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Somewhere, on a quiet Boston street, stands a tastefully decorated family home that emanates love and warmth: its mornings of playtime are revealed in a little girl’s overflowing toybox, its evenings of merry chatter in lipstick-rimmed wine glasses. But all is not well in this inviting abode. Scenes from a Marriage, HBO’s bruising, five-episode conjugal drama, is set between the four walls of a home in the process of becoming a house, as the divorcing couple Mira (Jessica Chastain) and Jonathan (Oscar Isaac) deconstruct everything they’ve built together. The limited series follows the extrication – object by object, memory by memory – of a shared life with a painful, resounding realism and an almost unbearable intensity.
The narrative is simple, more driven by dialogue than action. After nearly a decade of marriage, Mira tires of her sedate domestic existence and separates from her husband to pursue a passionate relationship with a younger colleague. A gender-swapped adaptation of Ingmar Bergman’s eponymous work (which is rumoured to have caused Swedish divorce rates to double after it aired in 1973), Scenes from a Marriage is structured as a compilation of vignettes, where each episode jumps forward by months, or even years, and time can be plotted by Mira’s new fringe, Jonathan’s greying beard. Mercifully, the show’s five-hour run is well-modulated, and ensures that high-decibel screaming matches are undercut by whispered confessions and stammered regrets. This is a series that understands the power of silence and holds us in its stillness, so close we can see a single tear running down a cheek, hear breath catching in a throat.
Two-handers like these are only as strong as their co-leads, and each actor delivers a towering performance in Scenes from a Marriage. (Their romantic chemistry is so potent that Chastain took to social media to assure audiences that she and her onscreen husband are “just friends”.) As the mild-mannered academic Jonathan, Isaac is mostly withdrawn, smooth as granite, with the occasional outburst that seems to issue deep from his soul. Chastain, embodying the impulsive businesswoman Mira, is initially brittle but soon cracks open into a splintering heap of resentment, anxiety and grief.
Together, they create an emotionally fraught environment where a yawn is interpreted as an act of aggression, fingertips brushing a thigh leads to sex on a clingfilmed sofa whose ownership was disputed moments before. It is a credit to the performers that your sympathies swing between their characters, both of whom can be needlessly cruel. Your heart breaks for Jonathan when he carefully folds his wife’s clothes in the bag she’s packed to leave him, and you are crushed to witness Mira desperately blocking the door with her body, beseeching him to stay after a devastating argument. Throughout their gradual disentanglement, the couple remain cartographers for one another, so intimately familiar with their ex’s particular topography that they know just how to inflict hurt (but also how to assuage it).
The series’ director Hagai Levi maps out his protagonists’ estrangement with his camera. In the first episode, he frames Mira and Jonathan together in bed, then separately while they have a prickly conversation about their future, and finally unites them once they reach a tentative resolution. Levi switches up this shot composition in the second instalment after Mira admits she has been unfaithful. Jonathan is again in bed, whereas she is now perched away from him on the windowsill, the wide space between them visualising how they are being drawn apart.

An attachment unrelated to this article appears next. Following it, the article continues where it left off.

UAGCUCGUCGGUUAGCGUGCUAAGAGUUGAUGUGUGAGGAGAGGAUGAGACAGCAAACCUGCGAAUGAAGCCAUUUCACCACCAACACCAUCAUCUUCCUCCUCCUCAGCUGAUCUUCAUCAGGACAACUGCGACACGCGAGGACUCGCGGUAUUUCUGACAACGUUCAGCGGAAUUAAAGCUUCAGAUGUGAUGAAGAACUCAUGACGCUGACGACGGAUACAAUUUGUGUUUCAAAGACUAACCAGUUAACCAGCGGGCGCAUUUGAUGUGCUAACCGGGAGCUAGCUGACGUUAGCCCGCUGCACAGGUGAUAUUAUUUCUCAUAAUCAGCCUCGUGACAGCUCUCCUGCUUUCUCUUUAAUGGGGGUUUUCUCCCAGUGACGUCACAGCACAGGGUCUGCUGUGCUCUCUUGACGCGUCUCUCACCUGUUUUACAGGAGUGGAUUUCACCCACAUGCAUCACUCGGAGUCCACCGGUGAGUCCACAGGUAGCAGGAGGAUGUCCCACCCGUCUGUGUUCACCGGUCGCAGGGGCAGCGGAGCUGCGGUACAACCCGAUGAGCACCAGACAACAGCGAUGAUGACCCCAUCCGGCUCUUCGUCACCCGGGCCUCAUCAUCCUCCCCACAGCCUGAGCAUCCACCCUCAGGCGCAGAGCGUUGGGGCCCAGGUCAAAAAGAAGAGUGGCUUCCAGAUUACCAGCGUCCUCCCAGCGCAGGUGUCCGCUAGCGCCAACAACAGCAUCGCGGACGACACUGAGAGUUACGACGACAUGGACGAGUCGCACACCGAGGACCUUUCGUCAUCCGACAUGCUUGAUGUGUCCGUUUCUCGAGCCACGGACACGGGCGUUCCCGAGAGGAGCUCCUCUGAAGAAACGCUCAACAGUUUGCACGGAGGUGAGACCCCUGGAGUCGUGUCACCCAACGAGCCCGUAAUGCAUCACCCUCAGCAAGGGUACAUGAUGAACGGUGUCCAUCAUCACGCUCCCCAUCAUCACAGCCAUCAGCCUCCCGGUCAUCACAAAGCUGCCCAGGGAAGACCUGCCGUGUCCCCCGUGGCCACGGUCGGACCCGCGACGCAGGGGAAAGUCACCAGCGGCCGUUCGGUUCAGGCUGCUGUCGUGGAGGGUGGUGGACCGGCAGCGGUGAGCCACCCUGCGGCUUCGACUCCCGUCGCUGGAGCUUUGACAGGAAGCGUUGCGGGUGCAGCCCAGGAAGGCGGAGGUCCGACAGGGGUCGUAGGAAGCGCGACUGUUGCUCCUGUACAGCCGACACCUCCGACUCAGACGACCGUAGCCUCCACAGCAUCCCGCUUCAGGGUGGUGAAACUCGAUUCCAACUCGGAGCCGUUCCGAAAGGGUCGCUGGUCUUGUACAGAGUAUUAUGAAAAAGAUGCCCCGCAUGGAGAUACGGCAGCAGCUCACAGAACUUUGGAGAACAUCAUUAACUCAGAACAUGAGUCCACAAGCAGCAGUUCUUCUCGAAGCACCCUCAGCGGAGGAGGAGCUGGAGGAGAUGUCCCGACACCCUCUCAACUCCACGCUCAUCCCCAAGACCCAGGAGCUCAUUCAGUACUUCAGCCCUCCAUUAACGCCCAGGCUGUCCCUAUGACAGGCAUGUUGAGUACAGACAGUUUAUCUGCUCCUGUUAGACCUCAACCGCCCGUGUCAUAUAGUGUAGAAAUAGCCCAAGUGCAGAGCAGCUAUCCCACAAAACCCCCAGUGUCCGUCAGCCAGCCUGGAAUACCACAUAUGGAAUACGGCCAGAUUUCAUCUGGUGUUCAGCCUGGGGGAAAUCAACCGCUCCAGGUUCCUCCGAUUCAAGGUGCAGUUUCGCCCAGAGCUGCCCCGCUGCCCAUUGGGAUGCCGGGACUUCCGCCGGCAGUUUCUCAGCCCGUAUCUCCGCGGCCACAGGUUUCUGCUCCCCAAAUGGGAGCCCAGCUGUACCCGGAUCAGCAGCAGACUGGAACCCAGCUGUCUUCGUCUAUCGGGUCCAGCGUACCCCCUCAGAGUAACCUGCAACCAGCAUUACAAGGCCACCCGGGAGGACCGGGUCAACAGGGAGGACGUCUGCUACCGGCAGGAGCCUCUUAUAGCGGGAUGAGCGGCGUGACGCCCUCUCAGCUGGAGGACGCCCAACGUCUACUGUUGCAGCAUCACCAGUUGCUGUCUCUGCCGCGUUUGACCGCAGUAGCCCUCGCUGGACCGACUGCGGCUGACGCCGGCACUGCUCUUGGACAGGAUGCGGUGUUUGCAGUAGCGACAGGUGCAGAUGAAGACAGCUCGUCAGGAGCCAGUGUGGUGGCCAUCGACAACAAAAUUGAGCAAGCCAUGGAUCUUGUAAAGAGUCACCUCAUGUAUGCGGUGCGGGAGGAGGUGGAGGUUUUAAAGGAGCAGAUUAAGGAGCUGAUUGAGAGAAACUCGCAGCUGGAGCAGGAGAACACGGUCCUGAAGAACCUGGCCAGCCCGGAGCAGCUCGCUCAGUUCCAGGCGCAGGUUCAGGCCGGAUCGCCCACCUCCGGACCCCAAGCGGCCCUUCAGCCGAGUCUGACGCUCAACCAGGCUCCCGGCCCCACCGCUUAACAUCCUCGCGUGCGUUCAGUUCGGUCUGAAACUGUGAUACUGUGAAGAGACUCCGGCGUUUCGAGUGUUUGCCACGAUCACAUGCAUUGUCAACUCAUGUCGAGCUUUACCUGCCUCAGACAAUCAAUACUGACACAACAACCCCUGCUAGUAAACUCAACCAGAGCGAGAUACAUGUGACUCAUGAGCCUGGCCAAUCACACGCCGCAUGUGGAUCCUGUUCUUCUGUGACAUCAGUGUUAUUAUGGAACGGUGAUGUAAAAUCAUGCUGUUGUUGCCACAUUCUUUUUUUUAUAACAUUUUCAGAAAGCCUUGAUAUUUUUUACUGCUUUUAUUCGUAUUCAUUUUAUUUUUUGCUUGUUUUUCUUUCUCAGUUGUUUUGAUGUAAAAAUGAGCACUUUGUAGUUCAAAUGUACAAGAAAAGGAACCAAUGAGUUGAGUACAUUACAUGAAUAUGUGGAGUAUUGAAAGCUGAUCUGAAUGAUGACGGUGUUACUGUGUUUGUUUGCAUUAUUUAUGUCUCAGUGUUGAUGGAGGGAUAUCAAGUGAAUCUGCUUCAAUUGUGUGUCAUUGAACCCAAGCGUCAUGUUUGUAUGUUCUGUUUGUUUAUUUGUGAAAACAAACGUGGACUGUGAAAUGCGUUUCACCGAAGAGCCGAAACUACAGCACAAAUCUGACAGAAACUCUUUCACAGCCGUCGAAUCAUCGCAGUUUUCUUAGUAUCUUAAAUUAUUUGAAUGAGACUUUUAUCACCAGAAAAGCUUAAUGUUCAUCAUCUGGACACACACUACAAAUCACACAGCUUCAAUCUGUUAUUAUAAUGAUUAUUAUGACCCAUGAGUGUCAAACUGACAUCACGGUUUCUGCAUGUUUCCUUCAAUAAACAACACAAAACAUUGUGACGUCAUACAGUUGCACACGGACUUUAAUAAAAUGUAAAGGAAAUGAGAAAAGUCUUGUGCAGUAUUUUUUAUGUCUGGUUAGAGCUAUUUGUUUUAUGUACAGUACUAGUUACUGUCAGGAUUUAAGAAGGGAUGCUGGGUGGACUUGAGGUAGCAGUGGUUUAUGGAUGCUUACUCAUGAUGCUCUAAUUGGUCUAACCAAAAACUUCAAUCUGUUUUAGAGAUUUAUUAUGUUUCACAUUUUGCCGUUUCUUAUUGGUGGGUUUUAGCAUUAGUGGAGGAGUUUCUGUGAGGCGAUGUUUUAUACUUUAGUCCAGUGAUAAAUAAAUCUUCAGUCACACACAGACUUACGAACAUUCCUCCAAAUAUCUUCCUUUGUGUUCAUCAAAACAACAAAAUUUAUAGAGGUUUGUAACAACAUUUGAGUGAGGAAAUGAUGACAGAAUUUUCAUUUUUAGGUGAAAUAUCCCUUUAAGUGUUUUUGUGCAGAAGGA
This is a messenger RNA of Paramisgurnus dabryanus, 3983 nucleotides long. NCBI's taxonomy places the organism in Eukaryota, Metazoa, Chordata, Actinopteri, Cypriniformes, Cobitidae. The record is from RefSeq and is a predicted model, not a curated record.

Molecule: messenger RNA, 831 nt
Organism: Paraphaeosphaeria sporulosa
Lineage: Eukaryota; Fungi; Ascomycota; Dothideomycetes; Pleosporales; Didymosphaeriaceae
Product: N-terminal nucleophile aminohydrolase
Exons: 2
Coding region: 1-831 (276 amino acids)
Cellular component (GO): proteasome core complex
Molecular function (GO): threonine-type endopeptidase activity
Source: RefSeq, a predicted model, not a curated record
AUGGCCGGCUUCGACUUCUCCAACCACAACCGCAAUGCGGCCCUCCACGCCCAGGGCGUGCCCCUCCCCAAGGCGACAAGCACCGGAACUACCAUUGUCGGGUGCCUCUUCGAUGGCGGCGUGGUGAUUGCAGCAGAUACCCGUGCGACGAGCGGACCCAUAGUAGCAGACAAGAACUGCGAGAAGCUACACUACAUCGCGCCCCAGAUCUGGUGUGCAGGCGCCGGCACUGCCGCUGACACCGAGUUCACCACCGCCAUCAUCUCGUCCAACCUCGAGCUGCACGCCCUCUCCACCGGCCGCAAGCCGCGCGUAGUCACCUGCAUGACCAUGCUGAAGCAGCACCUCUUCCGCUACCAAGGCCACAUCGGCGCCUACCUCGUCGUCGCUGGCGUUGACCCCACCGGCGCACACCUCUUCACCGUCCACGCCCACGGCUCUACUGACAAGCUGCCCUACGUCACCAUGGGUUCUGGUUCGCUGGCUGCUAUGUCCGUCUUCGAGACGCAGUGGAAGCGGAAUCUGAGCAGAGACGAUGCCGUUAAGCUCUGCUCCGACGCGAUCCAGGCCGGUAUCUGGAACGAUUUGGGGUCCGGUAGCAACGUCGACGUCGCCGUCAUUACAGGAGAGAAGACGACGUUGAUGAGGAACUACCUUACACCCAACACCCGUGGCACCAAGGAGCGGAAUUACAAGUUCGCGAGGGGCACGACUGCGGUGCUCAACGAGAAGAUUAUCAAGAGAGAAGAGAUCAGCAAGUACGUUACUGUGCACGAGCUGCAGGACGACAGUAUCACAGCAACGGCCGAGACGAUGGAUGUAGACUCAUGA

Save for a handful of sequences, Scenes from a Marriage takes place entirely within the confines of their house, which, over the course of the show, becomes less and less hospitable, with artworks taken down and bubble-wrapped, keepsakes encased in cardboard boxes. The emptiness Mira has left in her wake is rendered literal when Jonathan and their daughter Ava resort to horizontal living in her absence, hauling their beds down to the study and refusing to venture upstairs as if it were a crime scene.
There are, however, some stylistic choices that rankle in the show. Each episode inexplicably begins with a few minutes of fourth-wall breaking, revealing the actors preparing to shoot, surrounded by a masked-up crew carrying props and clapperboards, and saying things like “Jessica’s pulling into set” on walkie-talkies. Such foregrounded artifice feels wildly out of place in a drama that is otherwise grounded in naturalism. I’m also unsure if the series needed quite this many episodes, since cycling through the same pattern of argument, fragile reconciliation, another argument gets cloying by the end.
For the most part, though, watching Scenes from a Marriage is the TV equivalent of being invited into the flat of the people you furtively watch from across the street: it provides warts-and-all insight into the breakdown of a relationship. The subject matter may reopen healing wounds for some (separations and divorces did skyrocket worldwide during the early days of the pandemic, after all), but, if you can face it, this limited series candidly traces the peaks and troughs of married life with the gentleness of a conciliatory arm threaded around a torso.
‘Scenes from a Marriage’ airs on Sky Atlantic and Now, with all episodes available from 11 October.
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